Is this the way of the future? Bank of America is making great strides in being on the forefront of mortgage technology with the addition of video mortgage bankers and the launching a new web-based tool that is aimed at guiding consumers to down payment and closing cost assistance programs available in their region.
Bank of America (BofA) is adding video mortgage bankers as it continues to add video to the way it interacts with customers. According to the News & Observer, the bank plans to increase the number of branches equipped with video from 180 to 300. Customers can use the screens to talk to specialty bankers offering mortgages, small business loans or investment products.
Two years ago BofA began installing automated teller machines with video screens and testing screens in some of its branches three years ago. The bank’s use of video to interact with customers is in contrast to some of its big-bank peers, who are taking a wait-and-see approach to the technology, accoridng to the media outlet.
The bank dropped to fourth place in U.S. mortgage market share market, as shares fell to 4.4% last year from 4.8% the year before, as the total amount of home loans it made sank to $54.5 billion from $89.8 billion, according to The Charlotte Observer.
Additionally, Bank of America has launch a new web-based tool that is aimed at guiding consumers to down payment and closing cost assistance programs available in their region. The Bank of America Down Payment Resource Center is powered by Down Payment Resource, developed by Atlanta-based Workforce Resource.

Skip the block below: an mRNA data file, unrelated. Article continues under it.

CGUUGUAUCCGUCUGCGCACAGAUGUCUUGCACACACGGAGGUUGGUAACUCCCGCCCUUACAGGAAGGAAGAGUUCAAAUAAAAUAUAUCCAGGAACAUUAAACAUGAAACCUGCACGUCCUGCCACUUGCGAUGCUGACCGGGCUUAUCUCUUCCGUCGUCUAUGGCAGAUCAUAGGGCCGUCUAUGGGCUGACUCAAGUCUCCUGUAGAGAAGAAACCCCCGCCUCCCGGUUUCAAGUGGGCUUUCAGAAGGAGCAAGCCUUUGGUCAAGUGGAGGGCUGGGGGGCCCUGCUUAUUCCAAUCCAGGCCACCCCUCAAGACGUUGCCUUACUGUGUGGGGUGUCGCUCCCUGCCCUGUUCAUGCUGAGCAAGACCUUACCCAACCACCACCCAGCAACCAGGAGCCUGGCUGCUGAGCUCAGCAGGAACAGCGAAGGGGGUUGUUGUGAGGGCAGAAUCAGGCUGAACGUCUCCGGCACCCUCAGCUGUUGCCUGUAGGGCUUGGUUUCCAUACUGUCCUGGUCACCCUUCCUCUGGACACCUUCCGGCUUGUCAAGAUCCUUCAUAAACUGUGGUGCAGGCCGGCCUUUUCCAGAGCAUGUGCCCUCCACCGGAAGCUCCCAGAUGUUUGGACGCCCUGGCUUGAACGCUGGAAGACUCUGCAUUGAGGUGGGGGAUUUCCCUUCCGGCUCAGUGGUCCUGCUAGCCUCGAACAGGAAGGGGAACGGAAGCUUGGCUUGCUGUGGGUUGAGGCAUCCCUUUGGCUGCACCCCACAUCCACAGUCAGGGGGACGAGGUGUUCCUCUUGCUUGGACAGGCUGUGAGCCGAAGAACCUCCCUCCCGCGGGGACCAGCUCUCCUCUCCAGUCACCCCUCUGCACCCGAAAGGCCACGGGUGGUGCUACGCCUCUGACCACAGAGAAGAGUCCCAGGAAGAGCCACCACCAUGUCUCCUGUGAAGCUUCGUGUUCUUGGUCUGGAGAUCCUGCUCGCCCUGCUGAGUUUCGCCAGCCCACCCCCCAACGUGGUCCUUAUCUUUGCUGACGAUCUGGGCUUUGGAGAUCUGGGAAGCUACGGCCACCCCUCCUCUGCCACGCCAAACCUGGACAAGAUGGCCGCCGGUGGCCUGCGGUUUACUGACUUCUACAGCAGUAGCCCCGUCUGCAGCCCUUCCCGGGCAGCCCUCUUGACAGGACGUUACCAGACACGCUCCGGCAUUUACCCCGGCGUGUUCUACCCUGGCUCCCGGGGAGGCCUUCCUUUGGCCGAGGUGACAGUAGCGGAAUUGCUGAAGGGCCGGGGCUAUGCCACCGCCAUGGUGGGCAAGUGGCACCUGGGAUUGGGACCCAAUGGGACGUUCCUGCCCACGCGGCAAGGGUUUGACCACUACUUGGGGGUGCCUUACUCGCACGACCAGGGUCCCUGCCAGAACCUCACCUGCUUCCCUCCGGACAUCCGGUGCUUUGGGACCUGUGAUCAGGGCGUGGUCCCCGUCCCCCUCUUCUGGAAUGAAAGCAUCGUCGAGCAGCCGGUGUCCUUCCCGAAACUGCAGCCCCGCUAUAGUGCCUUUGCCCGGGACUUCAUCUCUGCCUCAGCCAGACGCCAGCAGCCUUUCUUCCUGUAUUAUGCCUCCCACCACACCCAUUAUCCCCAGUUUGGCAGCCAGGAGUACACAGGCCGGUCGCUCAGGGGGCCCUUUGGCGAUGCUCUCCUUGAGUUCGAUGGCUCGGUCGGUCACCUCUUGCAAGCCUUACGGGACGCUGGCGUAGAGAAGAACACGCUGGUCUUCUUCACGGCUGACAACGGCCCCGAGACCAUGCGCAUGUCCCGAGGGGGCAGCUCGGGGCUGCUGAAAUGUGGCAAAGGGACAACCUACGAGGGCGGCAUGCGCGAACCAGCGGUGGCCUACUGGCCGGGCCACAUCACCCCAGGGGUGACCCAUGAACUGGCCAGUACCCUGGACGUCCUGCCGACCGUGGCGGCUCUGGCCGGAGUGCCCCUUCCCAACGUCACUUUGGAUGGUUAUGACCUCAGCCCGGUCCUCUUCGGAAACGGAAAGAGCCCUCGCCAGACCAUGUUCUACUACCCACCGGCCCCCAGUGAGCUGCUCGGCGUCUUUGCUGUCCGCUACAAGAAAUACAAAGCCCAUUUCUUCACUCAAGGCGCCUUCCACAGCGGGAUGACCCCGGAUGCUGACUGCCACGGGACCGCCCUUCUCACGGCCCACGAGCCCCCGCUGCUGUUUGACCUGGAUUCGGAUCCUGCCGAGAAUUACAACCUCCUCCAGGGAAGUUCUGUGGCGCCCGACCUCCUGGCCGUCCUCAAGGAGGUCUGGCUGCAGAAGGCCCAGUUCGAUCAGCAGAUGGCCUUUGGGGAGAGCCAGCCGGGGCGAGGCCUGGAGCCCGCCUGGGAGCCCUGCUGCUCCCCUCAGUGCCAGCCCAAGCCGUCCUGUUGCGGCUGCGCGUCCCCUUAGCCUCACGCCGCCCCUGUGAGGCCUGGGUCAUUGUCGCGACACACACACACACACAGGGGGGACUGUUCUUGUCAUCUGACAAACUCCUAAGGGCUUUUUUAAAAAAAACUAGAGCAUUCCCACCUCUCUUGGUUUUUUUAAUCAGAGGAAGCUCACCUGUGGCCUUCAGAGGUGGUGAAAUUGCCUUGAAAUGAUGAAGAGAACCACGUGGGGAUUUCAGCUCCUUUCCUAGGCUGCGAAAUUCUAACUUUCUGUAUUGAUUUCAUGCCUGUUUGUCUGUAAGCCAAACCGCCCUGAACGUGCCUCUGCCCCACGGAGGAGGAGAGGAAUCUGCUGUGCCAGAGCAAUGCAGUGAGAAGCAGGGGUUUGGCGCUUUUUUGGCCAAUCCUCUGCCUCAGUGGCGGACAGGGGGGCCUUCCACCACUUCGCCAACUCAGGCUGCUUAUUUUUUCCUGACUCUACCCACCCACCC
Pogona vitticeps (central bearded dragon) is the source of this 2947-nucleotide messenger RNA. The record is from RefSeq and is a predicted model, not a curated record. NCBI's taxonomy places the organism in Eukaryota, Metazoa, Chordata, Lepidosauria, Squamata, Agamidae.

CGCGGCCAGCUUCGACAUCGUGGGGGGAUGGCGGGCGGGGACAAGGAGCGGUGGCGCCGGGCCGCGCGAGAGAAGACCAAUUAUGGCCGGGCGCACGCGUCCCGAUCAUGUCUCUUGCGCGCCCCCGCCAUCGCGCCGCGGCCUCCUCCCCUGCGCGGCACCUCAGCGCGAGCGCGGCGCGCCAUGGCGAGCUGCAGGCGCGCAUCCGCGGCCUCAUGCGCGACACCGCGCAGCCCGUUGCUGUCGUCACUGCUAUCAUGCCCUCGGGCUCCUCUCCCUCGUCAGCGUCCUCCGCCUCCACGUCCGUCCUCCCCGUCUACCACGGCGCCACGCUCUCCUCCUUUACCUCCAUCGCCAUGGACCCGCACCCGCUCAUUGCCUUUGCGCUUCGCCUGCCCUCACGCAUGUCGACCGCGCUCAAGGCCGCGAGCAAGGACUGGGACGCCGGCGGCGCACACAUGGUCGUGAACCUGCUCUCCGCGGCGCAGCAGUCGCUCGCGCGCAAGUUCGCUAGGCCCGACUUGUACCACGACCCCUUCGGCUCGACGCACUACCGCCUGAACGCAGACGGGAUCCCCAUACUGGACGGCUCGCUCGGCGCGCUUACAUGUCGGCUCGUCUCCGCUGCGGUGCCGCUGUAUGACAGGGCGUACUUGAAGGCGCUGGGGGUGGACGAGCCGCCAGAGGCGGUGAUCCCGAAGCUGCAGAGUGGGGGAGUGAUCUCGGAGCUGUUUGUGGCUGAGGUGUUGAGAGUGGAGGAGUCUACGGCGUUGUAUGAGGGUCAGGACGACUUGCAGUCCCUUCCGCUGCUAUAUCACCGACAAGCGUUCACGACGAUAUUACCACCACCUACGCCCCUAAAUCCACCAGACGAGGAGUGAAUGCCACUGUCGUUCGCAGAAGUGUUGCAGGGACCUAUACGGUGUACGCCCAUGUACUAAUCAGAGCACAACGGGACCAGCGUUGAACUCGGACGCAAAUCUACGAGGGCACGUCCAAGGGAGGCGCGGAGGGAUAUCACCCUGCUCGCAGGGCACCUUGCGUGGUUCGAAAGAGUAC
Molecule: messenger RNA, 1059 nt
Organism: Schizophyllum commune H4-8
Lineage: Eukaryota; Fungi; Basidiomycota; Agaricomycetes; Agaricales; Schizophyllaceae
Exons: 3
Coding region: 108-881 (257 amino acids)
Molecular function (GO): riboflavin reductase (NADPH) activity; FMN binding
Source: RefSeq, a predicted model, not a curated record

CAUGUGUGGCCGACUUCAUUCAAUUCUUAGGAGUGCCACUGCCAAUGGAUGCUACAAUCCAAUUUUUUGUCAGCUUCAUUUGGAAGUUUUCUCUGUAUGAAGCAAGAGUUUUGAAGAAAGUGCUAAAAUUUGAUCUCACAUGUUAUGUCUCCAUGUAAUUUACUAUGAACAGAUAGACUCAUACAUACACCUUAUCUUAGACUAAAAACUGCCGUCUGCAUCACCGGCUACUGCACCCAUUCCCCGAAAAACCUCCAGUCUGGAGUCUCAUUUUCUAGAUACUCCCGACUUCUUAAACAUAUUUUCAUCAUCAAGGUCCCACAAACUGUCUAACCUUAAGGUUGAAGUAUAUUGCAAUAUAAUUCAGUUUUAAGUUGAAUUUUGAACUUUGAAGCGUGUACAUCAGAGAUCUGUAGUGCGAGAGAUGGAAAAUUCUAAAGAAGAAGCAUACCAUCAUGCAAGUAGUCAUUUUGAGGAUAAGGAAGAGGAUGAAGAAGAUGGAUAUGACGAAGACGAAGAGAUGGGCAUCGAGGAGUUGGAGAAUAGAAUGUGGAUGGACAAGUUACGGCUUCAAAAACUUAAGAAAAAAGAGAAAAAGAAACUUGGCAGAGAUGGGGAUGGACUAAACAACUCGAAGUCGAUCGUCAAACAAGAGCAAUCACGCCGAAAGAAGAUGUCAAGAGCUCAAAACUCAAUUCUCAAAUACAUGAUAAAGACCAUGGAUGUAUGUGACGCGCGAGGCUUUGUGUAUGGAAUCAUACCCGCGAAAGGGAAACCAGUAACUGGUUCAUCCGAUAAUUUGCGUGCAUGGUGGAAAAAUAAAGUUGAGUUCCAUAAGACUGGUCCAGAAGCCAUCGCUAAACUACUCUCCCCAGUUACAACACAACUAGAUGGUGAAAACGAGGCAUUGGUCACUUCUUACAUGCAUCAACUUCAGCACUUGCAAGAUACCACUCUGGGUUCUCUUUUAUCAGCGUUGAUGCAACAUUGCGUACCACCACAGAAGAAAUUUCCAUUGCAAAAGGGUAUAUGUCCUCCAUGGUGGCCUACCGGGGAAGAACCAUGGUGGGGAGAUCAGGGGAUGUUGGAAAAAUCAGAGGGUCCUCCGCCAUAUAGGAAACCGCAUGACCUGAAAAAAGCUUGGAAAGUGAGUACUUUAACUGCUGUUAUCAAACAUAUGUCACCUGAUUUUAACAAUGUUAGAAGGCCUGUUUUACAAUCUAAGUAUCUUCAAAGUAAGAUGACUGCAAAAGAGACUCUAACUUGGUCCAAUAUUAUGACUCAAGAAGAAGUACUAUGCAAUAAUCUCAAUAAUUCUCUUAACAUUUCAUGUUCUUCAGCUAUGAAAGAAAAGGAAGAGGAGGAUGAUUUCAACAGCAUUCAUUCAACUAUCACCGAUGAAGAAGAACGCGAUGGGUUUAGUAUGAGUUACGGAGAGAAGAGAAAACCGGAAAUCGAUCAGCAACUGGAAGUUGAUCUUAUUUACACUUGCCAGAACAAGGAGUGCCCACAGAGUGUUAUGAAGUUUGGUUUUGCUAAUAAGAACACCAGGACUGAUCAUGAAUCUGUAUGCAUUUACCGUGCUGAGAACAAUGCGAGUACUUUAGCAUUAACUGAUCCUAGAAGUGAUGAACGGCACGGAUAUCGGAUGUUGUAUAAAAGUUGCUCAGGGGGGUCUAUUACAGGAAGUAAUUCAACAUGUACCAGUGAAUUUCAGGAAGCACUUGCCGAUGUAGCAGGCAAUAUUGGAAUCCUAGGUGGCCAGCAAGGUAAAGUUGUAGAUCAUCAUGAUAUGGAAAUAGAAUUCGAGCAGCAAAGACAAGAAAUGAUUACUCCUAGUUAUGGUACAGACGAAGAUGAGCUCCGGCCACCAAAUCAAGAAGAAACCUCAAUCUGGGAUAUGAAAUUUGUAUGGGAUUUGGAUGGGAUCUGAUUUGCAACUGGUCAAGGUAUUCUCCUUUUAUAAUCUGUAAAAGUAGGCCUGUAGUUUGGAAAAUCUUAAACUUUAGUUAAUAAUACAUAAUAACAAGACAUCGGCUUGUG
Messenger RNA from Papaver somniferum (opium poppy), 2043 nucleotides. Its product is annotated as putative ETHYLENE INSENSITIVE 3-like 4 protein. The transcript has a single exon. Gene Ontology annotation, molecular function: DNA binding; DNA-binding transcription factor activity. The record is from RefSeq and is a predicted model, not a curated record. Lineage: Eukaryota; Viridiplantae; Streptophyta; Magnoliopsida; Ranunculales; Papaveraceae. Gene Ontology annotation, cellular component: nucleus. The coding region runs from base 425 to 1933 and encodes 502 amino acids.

“Taking a few minutes to answer fewer than five questions can get you one step closer to homeownership. Through a simple process, you can find out immediately which federal, state or local down payment and closing cost programs you might be eligible for,” said Dottie Sheppick, senior vice president of Affordable Housing for Bank of America. “With a wide variety of qualifying criteria, there may be a down payment assistance program for you.”
In a recent survey Bank of America conducted with first-time homebuyers, about half of respondents indicated affordability was a barrier to purchasing a home. In addition, 70% of adults in the U.S. said they were unfamiliar with down payment assistance programs for middle-income homebuyers in their community, according to a NeighborWorks America survey.
“Lack of funds for a down payment has long been one of the most common barriers to buying a home,” said Rob Chrane, president and CEO of Down Payment Resource. “Many buyers assume down payment programs offered by state and local housing authorities are only for lower-income candidates, but there are programs available for middle-income buyers, too. In fact, there are programs that cover a variety of non-income-based eligibility criteria, and every homebuyer concerned about affordability should investigate down payment assistance.”
While visiting the Bank of America Down Payment Resource Center, customers can search a database of more than 1,300 down payment and closing cost assistance programs and also:
Learn how to use down payment and closing cost programs in combination with first mortgage loans to make homebuying more affordable.
Get information on preparing to purchase a home.
Connect with an experienced Bank of America mortgage specialist to explore options.
Workforce Resource has partnered with many nonprofit organizations, realtor associations, multiple listing services and financial institutions to share their web-based solution with real estate professionals and consumers. The partnership with Bank of America represents their first national partnership and first with a major lender.